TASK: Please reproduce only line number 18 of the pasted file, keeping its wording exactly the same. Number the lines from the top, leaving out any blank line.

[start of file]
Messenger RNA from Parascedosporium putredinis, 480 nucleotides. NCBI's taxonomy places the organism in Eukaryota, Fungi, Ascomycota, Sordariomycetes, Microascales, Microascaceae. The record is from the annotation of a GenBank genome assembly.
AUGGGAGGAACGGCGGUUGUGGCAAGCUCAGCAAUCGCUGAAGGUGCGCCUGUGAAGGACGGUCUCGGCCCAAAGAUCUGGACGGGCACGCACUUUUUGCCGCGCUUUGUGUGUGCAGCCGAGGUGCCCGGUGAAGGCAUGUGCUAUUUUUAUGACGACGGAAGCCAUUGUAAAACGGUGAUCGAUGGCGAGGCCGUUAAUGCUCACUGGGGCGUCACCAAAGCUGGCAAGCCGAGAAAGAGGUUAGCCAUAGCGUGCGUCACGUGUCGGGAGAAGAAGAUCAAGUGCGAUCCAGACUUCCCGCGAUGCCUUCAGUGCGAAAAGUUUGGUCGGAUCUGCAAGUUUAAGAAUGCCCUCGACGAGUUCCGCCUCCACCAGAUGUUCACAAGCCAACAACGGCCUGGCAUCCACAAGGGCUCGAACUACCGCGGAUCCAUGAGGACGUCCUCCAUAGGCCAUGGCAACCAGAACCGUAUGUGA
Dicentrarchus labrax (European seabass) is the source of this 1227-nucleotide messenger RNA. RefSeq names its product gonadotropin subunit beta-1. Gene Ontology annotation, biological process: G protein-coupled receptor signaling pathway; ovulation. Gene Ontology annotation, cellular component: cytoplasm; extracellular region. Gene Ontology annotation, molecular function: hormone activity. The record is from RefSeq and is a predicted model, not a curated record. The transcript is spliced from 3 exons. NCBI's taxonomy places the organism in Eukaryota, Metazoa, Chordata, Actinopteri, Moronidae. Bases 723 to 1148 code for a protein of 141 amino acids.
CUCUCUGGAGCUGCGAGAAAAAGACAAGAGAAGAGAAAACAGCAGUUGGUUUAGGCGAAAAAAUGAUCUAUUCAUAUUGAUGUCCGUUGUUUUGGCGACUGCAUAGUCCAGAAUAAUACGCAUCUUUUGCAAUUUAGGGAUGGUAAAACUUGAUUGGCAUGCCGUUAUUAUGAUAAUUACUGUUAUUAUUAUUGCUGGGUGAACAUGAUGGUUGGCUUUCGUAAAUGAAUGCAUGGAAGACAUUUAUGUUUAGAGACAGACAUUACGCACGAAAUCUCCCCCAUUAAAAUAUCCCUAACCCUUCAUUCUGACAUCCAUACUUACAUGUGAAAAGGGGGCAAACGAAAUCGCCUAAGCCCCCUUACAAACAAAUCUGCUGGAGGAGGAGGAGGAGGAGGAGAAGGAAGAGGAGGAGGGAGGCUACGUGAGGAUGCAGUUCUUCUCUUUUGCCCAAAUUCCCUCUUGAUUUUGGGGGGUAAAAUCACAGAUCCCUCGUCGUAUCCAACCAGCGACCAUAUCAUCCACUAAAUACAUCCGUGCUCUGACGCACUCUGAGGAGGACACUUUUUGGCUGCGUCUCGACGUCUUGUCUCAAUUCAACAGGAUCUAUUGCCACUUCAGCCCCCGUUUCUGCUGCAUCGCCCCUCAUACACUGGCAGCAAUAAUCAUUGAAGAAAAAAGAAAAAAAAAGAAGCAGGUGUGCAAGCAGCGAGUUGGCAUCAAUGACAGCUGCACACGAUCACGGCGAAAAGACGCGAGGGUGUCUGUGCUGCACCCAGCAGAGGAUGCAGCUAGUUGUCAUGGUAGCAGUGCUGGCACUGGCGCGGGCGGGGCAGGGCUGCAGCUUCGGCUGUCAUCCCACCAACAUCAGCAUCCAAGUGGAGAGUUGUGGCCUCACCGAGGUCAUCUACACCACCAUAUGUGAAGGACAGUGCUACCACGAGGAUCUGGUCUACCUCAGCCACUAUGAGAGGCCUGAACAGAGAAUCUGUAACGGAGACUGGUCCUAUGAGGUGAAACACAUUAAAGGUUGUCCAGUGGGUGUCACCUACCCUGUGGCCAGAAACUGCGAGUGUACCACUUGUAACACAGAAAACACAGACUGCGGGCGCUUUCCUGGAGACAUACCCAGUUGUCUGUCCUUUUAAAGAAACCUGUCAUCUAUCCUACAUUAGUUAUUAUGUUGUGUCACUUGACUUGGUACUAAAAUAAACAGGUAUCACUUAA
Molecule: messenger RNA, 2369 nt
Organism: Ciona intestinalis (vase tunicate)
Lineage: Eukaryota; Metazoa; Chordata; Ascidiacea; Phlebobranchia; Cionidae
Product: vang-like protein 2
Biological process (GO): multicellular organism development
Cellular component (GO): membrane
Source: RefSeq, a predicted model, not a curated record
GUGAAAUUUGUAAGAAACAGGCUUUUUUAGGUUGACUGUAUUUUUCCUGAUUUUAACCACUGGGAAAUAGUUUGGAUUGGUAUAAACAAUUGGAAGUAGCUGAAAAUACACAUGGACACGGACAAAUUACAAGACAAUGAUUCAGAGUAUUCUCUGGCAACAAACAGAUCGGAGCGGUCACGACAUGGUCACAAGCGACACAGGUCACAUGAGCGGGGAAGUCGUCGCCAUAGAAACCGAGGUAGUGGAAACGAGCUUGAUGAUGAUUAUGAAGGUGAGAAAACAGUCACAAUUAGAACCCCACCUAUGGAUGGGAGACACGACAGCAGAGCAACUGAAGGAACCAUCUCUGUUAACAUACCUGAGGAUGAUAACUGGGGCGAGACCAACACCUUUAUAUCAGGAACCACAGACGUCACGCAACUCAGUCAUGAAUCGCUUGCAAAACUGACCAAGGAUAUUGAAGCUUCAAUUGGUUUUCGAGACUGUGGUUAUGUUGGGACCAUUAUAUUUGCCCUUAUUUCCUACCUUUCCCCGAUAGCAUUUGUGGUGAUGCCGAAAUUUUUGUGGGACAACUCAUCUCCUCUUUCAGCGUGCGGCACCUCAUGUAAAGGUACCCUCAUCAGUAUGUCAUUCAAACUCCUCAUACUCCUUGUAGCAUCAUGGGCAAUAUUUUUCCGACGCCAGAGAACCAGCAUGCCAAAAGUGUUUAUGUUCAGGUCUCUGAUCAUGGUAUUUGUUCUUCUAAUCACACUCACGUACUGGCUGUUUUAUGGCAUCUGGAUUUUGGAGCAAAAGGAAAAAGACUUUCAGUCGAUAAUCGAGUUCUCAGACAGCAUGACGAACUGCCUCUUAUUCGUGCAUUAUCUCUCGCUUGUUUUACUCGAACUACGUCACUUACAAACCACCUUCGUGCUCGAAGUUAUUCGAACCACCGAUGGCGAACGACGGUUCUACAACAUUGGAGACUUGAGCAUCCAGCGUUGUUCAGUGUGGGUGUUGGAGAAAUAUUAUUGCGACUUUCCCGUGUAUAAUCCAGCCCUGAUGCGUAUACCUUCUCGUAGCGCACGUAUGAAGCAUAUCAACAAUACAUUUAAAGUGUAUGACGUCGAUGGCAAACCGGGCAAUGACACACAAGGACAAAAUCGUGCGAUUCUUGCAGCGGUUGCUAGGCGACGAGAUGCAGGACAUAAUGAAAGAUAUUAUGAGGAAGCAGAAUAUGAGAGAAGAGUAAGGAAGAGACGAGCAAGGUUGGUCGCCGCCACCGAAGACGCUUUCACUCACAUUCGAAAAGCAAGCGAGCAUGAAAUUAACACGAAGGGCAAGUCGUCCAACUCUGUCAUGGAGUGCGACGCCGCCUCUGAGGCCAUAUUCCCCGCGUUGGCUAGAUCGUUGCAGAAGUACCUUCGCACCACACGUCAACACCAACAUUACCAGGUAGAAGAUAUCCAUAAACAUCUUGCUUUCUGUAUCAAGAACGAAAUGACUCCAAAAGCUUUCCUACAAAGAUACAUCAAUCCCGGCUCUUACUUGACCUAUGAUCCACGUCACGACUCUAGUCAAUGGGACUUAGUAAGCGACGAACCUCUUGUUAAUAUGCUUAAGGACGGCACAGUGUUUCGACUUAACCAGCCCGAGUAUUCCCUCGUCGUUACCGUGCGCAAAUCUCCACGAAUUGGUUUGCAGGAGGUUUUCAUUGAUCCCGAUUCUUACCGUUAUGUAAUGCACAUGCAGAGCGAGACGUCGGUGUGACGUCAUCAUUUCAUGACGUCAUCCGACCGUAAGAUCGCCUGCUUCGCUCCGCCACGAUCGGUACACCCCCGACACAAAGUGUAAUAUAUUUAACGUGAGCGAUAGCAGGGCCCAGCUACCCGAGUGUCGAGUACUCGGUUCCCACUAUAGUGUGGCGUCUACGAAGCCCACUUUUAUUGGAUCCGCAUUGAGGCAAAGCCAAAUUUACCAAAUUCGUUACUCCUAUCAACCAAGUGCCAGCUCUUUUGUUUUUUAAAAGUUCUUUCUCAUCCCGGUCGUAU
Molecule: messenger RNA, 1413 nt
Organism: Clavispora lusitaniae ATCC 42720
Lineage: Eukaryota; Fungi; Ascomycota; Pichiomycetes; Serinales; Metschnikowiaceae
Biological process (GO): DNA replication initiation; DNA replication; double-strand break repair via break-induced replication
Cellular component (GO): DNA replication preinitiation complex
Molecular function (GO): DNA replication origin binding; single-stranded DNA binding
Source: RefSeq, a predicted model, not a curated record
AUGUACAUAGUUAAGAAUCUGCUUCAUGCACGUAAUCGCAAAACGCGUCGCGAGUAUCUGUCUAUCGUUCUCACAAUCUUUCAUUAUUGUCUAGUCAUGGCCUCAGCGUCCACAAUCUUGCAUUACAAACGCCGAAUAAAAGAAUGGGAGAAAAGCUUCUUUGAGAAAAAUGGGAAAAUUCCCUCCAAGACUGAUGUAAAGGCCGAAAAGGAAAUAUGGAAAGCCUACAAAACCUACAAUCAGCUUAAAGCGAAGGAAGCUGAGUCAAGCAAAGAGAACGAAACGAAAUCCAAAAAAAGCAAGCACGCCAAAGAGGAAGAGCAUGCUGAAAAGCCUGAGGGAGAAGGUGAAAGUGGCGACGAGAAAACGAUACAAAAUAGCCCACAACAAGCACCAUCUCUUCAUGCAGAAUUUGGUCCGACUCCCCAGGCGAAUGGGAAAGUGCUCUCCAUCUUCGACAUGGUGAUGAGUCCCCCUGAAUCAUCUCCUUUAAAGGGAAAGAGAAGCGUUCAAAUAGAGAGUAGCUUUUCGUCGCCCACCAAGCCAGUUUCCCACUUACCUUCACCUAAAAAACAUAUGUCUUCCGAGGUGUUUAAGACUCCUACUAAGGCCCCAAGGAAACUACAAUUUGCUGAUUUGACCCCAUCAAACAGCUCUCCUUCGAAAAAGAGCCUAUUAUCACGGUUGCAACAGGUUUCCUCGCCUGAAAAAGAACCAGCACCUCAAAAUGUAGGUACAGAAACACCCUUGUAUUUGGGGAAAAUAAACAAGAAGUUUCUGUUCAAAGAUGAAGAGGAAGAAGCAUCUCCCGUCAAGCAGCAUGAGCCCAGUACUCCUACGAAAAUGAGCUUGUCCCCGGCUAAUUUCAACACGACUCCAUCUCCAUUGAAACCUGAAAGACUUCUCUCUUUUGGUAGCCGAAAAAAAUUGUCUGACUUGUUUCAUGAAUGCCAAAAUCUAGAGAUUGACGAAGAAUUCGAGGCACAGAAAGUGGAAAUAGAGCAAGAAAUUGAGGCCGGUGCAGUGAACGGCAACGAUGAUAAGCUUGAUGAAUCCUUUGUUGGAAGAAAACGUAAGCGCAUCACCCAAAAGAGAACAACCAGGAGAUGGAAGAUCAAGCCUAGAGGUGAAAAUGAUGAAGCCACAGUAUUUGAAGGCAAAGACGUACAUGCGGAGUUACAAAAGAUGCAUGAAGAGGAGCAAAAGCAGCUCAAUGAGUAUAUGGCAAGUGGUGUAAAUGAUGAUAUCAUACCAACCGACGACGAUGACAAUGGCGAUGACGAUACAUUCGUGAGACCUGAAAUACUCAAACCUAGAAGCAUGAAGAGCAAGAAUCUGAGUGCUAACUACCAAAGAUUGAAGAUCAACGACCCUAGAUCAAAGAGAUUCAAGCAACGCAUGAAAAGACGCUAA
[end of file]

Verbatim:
Molecular function (GO): DNA replication origin binding; single-stranded DNA binding